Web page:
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If you go to Boston.com you can find examples of behavior prohibited by colonial-era blue laws that are still on the books in Massachusetts – among them, kissing in public, wearing gold buttons

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Massachusetts Alcohol Laws: Learn The Law – Avoid Problems! Massachusetts alcohol laws penalize a first offense with a fine of up to $5,000. Also jail for 90 days to 2 1/2 years and license suspension for one year. A second offense brings a fine of $5,000 to $10,000. Also jail for six months to 2 1/2 years or prison for three to five years.

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Content tagged with blue laws. Massachusetts Fair and Safe Labor Practices Posted on Aug 20. Every Massachusetts employee is entitled to workplace …

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On November 7, 1933, the referendum on the Blue Laws passed in Philadelphia and it became law. [66] [67] Regarding alcohol, wines and spirits are to be sold only in the state owned Fine Wine & Good Spirits stores, where all prices must remain the same throughout the state (county sales tax may cause the price to differ slightly).

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History of Blue Sky Laws . The term "blue sky law" is said to have originated in the early 1900s, gaining widespread use when a Kansas Supreme Court justice declared his desire to protect

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Blue laws were once widespread throughout the country and are thought to date back to Colonial times, although some of the current …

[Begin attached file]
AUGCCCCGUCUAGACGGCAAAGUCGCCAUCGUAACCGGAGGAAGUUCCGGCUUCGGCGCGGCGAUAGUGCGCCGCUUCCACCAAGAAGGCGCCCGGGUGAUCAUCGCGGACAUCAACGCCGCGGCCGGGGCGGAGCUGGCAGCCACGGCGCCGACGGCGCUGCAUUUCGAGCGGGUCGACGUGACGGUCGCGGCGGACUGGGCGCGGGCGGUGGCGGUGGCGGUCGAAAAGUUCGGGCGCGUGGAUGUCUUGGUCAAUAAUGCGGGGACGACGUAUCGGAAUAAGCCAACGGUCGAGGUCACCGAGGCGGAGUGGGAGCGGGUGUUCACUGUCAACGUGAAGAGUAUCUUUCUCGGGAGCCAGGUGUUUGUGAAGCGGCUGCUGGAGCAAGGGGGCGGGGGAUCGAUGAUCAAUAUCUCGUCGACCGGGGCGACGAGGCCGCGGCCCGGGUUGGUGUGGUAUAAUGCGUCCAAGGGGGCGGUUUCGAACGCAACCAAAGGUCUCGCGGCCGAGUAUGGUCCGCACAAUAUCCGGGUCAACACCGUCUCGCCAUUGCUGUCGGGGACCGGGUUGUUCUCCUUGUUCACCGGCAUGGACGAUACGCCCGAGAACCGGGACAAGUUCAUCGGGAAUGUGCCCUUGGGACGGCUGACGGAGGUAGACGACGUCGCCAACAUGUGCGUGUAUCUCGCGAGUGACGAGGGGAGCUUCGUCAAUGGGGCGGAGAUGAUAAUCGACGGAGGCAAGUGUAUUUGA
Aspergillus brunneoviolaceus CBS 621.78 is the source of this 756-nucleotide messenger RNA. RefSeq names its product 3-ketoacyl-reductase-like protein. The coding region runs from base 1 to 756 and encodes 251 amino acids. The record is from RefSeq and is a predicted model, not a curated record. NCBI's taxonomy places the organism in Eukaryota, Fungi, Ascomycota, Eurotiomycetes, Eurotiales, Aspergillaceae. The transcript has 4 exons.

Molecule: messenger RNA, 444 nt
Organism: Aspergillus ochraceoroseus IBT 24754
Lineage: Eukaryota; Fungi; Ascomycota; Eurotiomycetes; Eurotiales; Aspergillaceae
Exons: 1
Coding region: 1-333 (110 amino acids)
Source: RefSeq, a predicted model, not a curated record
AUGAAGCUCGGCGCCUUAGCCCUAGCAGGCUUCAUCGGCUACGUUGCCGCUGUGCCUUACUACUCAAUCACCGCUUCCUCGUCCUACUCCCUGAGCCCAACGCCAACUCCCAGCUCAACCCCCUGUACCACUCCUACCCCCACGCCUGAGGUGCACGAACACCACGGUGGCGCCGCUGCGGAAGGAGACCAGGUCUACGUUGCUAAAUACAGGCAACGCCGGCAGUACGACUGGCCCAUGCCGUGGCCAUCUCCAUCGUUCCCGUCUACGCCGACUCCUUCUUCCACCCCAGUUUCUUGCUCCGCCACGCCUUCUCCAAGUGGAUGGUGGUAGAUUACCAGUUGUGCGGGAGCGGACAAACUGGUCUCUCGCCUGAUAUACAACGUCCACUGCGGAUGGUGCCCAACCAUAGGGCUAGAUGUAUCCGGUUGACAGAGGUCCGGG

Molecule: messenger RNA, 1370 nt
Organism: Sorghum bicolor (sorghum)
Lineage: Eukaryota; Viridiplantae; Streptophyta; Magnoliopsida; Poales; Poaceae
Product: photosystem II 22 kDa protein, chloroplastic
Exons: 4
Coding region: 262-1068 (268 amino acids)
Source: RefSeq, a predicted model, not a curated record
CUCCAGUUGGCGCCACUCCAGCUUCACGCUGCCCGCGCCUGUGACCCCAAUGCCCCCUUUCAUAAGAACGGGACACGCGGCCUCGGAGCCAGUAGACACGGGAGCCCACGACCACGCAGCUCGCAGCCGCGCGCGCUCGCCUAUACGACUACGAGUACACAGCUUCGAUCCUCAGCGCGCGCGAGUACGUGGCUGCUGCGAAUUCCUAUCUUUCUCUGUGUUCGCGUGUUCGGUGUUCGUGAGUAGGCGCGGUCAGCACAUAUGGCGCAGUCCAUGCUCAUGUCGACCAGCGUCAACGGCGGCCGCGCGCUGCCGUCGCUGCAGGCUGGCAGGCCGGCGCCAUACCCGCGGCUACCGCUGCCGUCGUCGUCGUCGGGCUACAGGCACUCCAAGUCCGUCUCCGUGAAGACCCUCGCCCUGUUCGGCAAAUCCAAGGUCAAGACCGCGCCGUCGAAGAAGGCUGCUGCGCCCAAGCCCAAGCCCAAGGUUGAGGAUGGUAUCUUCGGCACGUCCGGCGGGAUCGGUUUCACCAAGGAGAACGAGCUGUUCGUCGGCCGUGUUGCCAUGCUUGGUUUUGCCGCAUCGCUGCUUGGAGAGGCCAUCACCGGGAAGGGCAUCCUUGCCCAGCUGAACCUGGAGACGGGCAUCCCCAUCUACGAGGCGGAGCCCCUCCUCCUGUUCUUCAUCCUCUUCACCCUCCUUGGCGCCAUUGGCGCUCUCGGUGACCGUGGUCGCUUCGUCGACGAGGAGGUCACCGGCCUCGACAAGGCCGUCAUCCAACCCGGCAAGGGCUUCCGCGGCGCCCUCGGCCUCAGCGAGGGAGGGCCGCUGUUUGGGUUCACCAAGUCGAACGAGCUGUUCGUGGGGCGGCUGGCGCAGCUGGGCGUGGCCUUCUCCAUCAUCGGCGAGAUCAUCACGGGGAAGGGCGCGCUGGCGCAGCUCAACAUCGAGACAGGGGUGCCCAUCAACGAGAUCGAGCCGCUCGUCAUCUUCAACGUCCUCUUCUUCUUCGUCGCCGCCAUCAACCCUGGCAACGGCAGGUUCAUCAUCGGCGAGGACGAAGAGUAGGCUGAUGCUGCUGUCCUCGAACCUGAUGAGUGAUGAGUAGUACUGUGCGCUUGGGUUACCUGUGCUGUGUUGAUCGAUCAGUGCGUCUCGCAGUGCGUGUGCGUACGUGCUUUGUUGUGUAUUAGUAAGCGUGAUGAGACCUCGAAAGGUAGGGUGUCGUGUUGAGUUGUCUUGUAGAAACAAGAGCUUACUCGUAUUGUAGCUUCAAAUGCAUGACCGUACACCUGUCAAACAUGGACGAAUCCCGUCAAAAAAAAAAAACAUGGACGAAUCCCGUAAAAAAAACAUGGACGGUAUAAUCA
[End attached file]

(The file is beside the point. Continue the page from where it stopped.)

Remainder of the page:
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Recent attacks on blue laws — which have been in place since '93 — have raised questions about whether the policy is still necessary

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Since 2007, blue laws were enacted and resulted in stores closing on the 13 state holidays in Poland - these are both religious and secular days of rest. In 2014, an initiative by the Law and Justice party failed to pass the reading in the Sejm to ban trading on Sundays and state holidays. However, since 2018, the ruling government and the President of Poland has signed a law

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The laws that allow for uncontrolled lot rent increases and for unreasonable rules and regulations create a unique and over-powerful flaw in the authority given to mobile home park owners. As a start, what is needed are state and nation-wide laws that protect and preserve home ownership for seniors in mobile home parks.

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Frequently Asked Questions

What are the blue laws in massachusetts?

Although the infamous Blue Laws are more than 340 years old, many still remain on the books. Luckily for us, most have been ruled unconstitutional and are no longer enforced. These days, Massachusetts' “Blue Laws" basically refer to the restrictions businesses must impose on Sundays and holidays.

What is another name for blue laws?

This article is about the generic use of the term "blue laws". For early Colony of Connecticut laws, see Blue Laws (Connecticut). Blue laws, also known as Sunday laws, Sunday trade laws and Sunday closing laws, are laws restricting or banning certain activities on specified days, usually Sundays in the western world.

Do blue laws still exist today?

Both labour unions and trade associations have historically supported the legislation of blue laws. Most blue laws have been repealed in the United States, although some states ban the sale of alcoholic beverages on Sundays and many states ban selling cars on Sundays.

Are massachusetts alcohol laws worth the trouble?

That is, nothing. Instead, it can be worse than worthless. Not to mention, it can actually mislead you. Massachusetts alcohol laws are especially confusing and sometimes inconsistent. Many people describe them as impossible to understand. So always get advice about Massachusetts alcohol laws from an expert.